Companies hoping to go public may try to ride the high-tech stock market's bull stampede, industry analysts say.
In the previous two days, the technology-laden Nasdaq has climbed more nearly 70 points, with Friday marking the largest one-day, single-point gain. The market gave back some of that momentum today, closing at 1328.29, down 10.95 points.
Nonetheless, analysts say, some unexpectedly strong earnings and progress on the balanced-budget agreement in Washington have created a more favorable environment for companies to launch initial public offerings.
"This gives technology companies an opportunity to take advantage of the 'rational' exuberance. A couple of weeks ago, there was a lot of fear that [planned initial public offerings] would be stymied by a falling market," said Richard Peterson, an IPO analyst with Securities Data.
Other analysts agree. "Earnings have come out, and year-over-year growth patterns look strong," said Mark Specker with Stamford, Connecticut-based Soundview Financial. Compaq (CPQ) is aggressive on pricing, [there are] new Intel chips, and the economy is just really good. That is the recipe for a decent tech market."
Companies waiting to go public include online bookseller Amazon.com, which is expected to launch its IPO in the next week. Five other companies have filed papers to go public in the last two weeks, Peterson said.
But he cautions that success is not guaranteed, even in this feverish climate. "The technology market has improved in the short term, but they are not out of the woods," Peterson said, noting that companies need to quickly come forth before investors lose interest.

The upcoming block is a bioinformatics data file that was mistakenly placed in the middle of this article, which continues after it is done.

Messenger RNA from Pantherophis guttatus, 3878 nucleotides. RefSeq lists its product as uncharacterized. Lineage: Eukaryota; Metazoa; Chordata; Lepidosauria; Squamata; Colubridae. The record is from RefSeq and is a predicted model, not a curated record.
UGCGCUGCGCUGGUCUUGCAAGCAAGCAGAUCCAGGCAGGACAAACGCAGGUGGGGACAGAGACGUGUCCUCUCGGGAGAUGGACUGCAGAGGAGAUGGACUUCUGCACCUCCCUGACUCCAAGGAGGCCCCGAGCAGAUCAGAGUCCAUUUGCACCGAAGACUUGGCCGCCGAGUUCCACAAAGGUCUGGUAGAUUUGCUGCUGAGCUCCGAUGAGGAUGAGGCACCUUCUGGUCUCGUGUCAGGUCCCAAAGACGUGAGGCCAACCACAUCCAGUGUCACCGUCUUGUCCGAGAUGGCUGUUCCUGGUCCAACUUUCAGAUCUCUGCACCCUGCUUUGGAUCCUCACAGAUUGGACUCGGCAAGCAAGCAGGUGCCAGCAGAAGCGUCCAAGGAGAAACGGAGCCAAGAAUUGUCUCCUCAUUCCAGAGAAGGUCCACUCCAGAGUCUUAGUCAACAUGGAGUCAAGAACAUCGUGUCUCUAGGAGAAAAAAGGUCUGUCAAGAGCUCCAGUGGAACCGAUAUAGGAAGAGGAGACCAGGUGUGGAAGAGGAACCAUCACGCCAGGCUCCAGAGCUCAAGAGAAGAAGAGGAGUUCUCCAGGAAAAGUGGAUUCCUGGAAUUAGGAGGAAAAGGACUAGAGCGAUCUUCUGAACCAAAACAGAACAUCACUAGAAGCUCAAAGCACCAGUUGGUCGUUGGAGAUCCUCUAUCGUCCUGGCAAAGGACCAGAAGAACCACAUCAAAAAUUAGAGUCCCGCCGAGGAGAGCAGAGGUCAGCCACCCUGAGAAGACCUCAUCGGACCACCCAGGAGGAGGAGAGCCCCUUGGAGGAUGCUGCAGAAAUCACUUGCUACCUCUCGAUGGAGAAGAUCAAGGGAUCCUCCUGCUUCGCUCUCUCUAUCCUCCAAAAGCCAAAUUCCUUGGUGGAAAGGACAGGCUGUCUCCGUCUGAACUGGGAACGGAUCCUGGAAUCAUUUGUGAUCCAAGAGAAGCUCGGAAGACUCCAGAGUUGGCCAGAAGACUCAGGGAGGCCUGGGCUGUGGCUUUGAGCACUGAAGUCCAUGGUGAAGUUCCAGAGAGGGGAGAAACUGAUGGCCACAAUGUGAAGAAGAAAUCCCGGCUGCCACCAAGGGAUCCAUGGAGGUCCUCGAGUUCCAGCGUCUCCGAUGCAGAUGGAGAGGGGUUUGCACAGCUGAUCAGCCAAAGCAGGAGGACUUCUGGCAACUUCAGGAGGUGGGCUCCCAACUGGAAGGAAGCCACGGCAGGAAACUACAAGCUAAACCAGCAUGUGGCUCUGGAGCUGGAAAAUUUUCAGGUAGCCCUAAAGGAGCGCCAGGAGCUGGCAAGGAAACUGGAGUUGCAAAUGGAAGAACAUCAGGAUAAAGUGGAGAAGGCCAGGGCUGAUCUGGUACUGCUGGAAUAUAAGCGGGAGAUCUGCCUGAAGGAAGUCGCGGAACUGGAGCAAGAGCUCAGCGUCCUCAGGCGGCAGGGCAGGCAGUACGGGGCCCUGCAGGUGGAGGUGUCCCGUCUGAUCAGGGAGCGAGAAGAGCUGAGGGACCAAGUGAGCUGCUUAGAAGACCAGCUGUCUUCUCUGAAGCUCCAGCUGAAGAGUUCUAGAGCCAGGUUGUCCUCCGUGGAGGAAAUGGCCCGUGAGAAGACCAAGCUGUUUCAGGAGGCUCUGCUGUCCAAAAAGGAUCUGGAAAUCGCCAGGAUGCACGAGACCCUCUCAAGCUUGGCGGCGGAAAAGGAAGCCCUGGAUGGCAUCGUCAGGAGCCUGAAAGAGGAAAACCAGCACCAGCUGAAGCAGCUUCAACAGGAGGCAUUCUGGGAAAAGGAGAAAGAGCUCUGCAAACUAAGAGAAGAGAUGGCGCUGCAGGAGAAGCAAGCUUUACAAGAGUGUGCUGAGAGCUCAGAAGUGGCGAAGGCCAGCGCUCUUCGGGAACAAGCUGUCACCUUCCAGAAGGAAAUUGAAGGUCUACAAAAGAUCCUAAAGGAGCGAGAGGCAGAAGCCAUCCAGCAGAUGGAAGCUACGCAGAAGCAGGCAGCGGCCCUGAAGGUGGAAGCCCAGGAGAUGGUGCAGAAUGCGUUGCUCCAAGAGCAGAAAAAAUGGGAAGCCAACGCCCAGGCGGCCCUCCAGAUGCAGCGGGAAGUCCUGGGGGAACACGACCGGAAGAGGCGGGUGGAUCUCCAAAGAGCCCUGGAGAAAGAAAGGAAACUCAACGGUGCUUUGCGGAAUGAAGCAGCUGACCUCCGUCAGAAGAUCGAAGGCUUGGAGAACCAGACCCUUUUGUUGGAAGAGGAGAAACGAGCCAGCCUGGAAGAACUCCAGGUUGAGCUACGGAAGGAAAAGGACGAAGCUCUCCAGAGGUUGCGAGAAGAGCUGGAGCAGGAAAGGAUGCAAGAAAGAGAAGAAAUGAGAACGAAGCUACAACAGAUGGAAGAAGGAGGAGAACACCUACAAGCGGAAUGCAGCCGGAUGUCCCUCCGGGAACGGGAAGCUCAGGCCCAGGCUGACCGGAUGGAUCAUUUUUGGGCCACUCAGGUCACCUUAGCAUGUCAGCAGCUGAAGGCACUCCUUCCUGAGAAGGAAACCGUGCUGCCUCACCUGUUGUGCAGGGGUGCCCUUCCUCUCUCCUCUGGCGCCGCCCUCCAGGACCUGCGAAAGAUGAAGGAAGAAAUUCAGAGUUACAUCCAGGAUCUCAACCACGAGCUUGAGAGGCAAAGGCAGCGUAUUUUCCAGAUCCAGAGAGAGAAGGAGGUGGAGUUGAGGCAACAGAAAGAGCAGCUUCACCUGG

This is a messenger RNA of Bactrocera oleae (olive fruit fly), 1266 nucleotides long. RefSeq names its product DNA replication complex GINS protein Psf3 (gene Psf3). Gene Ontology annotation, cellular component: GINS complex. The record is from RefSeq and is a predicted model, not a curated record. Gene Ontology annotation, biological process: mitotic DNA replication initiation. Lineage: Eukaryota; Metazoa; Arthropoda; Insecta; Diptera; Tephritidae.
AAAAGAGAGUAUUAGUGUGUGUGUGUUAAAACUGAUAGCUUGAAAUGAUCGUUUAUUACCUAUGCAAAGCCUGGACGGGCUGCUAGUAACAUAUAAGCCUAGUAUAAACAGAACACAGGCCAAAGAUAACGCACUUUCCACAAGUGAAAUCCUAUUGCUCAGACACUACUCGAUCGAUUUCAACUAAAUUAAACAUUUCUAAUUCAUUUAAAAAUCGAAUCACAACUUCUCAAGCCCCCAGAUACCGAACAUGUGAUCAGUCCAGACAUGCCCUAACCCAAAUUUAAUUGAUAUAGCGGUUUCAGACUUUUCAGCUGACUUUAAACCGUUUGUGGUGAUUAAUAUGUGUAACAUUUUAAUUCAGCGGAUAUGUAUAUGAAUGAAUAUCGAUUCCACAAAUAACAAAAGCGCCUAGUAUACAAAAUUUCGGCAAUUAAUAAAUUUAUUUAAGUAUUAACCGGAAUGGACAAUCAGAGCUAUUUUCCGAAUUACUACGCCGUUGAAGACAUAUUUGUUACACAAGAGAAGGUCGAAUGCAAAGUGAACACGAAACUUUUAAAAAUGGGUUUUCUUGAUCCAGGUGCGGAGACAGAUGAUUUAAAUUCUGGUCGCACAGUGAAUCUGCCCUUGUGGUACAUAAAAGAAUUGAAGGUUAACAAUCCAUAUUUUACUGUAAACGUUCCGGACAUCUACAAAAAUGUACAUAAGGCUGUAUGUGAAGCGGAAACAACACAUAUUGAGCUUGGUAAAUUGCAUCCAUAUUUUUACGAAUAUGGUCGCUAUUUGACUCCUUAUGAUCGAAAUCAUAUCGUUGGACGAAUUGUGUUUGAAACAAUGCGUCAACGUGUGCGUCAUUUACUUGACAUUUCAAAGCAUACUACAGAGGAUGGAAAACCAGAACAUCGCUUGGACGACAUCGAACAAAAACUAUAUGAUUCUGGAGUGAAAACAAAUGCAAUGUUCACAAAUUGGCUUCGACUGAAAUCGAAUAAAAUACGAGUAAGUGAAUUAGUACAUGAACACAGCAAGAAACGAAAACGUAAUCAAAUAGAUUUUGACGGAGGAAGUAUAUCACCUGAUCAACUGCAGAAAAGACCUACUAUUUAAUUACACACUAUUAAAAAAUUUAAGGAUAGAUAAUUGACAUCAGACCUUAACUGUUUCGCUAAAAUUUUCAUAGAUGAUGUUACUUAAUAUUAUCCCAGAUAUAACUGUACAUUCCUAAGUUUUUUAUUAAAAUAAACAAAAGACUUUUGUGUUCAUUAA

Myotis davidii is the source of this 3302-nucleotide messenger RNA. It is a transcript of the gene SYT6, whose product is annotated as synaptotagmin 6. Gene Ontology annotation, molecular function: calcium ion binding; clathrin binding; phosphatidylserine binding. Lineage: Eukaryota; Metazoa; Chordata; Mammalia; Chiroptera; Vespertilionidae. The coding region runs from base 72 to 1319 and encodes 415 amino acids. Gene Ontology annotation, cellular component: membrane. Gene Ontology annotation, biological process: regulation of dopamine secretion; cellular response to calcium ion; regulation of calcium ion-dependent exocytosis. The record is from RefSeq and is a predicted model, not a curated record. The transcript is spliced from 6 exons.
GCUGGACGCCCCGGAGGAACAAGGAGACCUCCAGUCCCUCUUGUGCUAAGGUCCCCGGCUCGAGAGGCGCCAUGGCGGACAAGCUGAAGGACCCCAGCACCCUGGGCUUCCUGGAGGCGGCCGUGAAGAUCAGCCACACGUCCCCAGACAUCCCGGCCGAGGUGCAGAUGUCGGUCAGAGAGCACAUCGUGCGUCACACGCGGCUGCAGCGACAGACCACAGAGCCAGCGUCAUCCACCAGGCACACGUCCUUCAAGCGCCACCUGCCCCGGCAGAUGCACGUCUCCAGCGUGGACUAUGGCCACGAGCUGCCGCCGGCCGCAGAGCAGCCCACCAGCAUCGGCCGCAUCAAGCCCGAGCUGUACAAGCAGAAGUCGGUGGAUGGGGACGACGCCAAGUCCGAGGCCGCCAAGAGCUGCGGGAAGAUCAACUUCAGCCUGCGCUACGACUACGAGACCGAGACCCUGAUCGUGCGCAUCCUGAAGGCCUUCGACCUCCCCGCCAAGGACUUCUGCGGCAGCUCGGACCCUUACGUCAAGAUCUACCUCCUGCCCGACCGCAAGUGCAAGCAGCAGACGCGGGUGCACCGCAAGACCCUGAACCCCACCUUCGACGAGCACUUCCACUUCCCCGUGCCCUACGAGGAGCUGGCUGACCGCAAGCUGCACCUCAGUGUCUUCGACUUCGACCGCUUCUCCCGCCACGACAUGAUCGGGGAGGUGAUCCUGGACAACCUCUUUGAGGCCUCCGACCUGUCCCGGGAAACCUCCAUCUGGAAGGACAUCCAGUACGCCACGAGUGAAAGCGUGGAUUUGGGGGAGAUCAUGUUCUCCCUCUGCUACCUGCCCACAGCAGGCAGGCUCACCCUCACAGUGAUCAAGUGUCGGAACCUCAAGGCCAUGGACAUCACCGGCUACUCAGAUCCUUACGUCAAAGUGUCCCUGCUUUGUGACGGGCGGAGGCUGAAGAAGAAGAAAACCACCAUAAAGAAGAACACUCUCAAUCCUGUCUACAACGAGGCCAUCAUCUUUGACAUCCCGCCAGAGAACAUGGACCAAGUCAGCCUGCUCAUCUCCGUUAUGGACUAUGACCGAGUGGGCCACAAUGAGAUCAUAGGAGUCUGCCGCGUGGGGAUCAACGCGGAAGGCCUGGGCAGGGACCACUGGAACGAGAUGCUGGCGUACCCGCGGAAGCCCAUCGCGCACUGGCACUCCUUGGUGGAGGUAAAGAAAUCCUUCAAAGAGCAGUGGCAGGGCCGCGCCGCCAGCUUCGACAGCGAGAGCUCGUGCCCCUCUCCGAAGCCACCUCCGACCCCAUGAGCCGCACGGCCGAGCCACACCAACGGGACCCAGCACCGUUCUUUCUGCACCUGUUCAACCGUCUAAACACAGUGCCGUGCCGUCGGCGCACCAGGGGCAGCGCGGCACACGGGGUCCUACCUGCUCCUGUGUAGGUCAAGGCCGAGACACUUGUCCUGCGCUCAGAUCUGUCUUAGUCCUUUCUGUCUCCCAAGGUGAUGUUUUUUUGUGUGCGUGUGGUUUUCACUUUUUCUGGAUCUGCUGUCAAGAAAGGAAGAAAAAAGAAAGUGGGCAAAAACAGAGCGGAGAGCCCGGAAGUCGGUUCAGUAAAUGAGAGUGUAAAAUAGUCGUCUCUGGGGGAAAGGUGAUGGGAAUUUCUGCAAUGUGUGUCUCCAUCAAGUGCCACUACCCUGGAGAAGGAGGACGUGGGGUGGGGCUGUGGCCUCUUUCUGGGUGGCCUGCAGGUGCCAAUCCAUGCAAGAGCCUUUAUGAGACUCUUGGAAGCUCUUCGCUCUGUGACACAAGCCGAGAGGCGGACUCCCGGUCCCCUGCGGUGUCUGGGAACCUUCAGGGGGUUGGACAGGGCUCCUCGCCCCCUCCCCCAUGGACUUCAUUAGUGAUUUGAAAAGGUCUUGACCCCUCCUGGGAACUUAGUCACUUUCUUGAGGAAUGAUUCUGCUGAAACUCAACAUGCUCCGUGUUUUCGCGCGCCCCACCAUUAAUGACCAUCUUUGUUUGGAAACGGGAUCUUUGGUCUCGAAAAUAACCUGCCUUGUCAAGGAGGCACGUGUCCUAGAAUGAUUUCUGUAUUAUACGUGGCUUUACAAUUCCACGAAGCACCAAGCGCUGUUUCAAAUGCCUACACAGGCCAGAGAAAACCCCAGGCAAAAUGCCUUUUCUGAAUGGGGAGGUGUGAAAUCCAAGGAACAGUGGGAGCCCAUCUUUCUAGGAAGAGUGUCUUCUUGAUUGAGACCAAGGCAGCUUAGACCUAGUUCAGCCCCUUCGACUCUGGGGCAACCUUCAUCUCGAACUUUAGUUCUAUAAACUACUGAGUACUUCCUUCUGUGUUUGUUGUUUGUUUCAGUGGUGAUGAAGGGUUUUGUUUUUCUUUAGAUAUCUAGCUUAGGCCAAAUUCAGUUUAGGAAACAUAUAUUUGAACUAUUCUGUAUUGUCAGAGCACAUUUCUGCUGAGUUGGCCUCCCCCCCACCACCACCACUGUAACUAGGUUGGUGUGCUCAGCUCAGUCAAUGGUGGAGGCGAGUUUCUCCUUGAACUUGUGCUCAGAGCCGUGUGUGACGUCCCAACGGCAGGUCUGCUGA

And the rush may do more harm than good if companies aren't sufficiently prepared for a public offering. David Menlow, president of the IPO Financial Network, said that tech companies still carry a stigma from last summer, when the IPO door slammed shut on companies that had great concepts but lacked financial foundation.
Last year, after a steady buildup of monthly IPO rollouts from around 5 in January to more than 25 in both April and May, tech IPOs fell to around 10 in August, according to Securities Data figures.
And to date this year, the IPO market has not taken off like last year, according to Securities Data.
Nonetheless, savvy investors may find some good deals among the pack. Unlike the last high-tech rally, when IPOs were often overvalued, companies and underwriters are now more pragmatic in their pricing.
"I think it is a wonderful time for investor to buy into those high-tech IPOs. Companies that are coming out now have a more realistic valuation, so if we are going to embark upon another high-tech rally, those that will come out will come out at cheaper level," Menlow said.
Companies launching IPOs for the first time may fare better than others. Those that have refiled or had postponed an IPO are going to have a harder time nudging back onto the starting line.
"Those are the ones that were caught in the whirlpool of spiraling-down prices and they are looked at with a jaundiced eye," Menlow said. "They couldn't get through before, so are we going to see the same problems again?"